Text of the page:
# Instagram Filters in 15 Lines of Python

This post is written by Michele Pratusevich. I love the Python programming language, and I love computational photography. This post describes how to make (almost) any Instagram filter with about 15 lines of Python, using the (now-defunct) Gotham Instagram filter as a case study. I presented this at a lighting talk at the Boston Python Meetup on December 20th, and you can find my slides on my personal site.

First we will go through some basic setup and dependencies, then we’ll build the elements of an Instagram filter, and finally at the end we will build the filter itself.

## Dependencies

There are a number of libraries that let you do image processing in Python, but the ones I use in this post are: `matplotlib` for plotting images, `numpy` for processing lits of floats, and `scikit-image` for loading the image. The code I show here is meant for a Python script, bit you can extend the code into a `jupyter notebook` to make it interactive. That will be the subject of a subsequent post.

Let’s set up our dependencies:

I also personally like to (when viewing images), set the default axes in `matplotlib` to not show any labels or tick marks on the x and y axes:

All the images I generated in this post were made with `matplotlib` using these settings.

Let’s import a picture (I am using a picture I took in downtown Seattle that is hosted here that you are welcome to use as well). We will import it using `scikit-image`, but we still have to be careful. Most images are formatted in `uint8`, which means that every pixel color is an integer from 0 to 255. For example, red is (255, 0, 0) and blue is (0, 0, 255). When you are doing arithmetic on images (like dividing all pixels by some value), you want your pixels to be represented as decimal numbers or floats. So when we import our image, we will both read the image and automatically convert it to storing pixel values as floats in the range of (0, 1).

For this code to work, make sure the `skyline.jpg` image is in the same folder as your Python script. If it is not in the same folder, just put the full or relative path of the file into the `imread` function.

If you want to see the image, you can use `matplotlib`:

You should see this image. It’s the one we will be working with for the rest of this post.

## Basic ingredients

There are two basic ingredients to any Instagram filter:

1. Sharpening
2. Adjusting channels by linear interpolation

We will go through both image manipulations and ultimately put together the Gotham filter using these two elements.

## Sharpening and blurring

The first element to any Instagram filter is sharpening or blurring an image.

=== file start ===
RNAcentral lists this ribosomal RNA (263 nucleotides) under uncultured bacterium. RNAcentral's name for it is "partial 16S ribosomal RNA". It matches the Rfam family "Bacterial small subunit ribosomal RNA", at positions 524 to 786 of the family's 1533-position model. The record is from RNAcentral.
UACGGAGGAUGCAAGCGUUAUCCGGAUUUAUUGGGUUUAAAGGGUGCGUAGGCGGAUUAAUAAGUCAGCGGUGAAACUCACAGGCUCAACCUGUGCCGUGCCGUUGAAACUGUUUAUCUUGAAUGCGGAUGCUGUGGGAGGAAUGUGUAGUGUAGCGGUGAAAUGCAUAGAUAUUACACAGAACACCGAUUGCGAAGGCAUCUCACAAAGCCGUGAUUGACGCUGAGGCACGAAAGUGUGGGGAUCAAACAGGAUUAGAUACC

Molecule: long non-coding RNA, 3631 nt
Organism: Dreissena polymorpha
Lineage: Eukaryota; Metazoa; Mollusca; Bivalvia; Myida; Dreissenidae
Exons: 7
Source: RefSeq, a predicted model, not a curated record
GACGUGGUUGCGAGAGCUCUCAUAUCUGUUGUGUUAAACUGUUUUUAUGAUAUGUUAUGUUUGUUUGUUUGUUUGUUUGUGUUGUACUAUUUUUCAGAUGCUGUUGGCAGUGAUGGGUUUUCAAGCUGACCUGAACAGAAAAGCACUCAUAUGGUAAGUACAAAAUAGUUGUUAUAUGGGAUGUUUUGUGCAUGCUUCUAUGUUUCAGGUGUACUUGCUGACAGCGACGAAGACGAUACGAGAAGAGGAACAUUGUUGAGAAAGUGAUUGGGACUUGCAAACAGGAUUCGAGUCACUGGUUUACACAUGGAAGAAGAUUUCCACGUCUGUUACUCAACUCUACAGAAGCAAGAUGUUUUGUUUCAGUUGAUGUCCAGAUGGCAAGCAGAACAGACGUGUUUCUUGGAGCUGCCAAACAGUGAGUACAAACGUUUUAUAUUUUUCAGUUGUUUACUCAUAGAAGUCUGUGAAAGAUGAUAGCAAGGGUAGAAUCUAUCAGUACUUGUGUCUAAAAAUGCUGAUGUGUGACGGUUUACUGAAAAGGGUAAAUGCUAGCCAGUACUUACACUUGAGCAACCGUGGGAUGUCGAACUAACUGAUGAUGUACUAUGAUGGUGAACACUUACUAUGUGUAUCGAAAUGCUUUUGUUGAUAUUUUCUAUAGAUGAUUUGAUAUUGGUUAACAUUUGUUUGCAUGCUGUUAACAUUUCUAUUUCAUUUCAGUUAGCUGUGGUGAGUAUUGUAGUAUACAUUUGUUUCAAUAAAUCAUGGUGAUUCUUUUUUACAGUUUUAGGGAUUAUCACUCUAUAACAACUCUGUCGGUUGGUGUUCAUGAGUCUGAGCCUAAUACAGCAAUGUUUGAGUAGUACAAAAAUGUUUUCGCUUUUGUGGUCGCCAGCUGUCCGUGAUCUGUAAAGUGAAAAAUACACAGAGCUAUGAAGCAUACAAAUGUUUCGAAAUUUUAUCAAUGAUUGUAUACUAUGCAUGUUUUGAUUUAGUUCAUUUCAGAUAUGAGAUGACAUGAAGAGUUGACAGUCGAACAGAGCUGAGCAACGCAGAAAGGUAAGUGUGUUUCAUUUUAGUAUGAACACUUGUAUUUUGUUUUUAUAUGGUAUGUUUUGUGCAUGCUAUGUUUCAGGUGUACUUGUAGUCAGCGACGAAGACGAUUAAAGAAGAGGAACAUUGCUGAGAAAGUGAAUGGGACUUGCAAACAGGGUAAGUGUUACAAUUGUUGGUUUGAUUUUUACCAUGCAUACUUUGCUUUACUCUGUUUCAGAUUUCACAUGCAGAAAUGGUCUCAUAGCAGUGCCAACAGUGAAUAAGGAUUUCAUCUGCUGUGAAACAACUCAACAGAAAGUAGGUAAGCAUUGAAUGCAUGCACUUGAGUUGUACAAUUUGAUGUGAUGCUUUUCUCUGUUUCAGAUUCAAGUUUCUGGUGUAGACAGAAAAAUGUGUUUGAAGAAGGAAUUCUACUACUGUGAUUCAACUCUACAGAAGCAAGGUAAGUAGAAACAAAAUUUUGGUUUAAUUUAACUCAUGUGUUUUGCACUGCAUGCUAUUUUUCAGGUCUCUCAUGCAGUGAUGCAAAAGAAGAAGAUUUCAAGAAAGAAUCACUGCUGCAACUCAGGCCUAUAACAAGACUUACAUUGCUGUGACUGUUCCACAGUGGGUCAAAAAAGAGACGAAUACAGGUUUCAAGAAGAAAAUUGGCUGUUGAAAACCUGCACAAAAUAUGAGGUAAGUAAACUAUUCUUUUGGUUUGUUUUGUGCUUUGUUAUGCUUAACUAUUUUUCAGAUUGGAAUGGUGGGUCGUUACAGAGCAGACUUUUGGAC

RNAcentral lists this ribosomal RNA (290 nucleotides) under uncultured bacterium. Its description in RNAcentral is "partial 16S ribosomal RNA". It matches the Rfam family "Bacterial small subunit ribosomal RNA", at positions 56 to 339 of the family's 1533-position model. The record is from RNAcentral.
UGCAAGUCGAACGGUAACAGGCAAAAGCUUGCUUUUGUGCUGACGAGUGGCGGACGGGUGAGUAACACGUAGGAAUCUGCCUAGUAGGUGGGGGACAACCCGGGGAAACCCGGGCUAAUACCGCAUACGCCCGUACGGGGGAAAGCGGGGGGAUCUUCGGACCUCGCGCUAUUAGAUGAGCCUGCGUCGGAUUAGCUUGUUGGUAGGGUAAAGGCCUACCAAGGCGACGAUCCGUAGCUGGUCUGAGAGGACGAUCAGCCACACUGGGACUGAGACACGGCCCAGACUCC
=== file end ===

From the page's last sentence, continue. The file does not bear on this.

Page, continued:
Sharpening an image is the same as removing a blurred version of the image from itself. This is exactly how we will implement sharpening an image. First, blur an image using a Gaussian blur, then subtract a portion of the Gaussian blur from the original image. Presto, a sharper image!

Our sharpen function takes 4 arguments: the image, two constants, `a` being the amount to multiply the original image by, and `b` being the amount to multiply the blurred image by, and an optional `sigma` value for our Gaussian. Higher values of `sigma` will cause more radical blurring. `scikit-image` implements a Gaussian filter for us, so no need to remember those pesky formulas. Also, we need to make sure to clip our image to the range 0 to 1.0, so we don’t have any strange artifacts - this is what the `np.clip` portion of the code above does. So, to sharpen our original image, we just do the following:

We can use the `sharpen` function above to also blur the image. What happens is that we are already computing a blurred image in the function to subtract from the original image. So to blur the image, all we have to do is call `sharpen` with `a = 0` and a negative value of `b`:

## Adjusting channels by linear interpolation

The second element to any Instagram filter is the ability to adjust any image channel by linear interpolation. If you have ever used Adobe Lightroom, Photoshop, or Gimp, you will have seen the histogram of color values:

What we want to be able to do is manipulate the an individual color channel by stretching or squeezing particular color ranges. As we mentioned before, there are 255 different values a single pixel can take - all the red pixels have a value between 0 and 255. Same for the green and blue channels. What we want to do is be able to say something like “let’s take all the strong blues and make them even bluer, but in a way that looks natural.” The way we can do this in practice is to linearly interpolate a range of values in the histogram above to a different range. That way, the color changes will look “natural”, but they will be modified.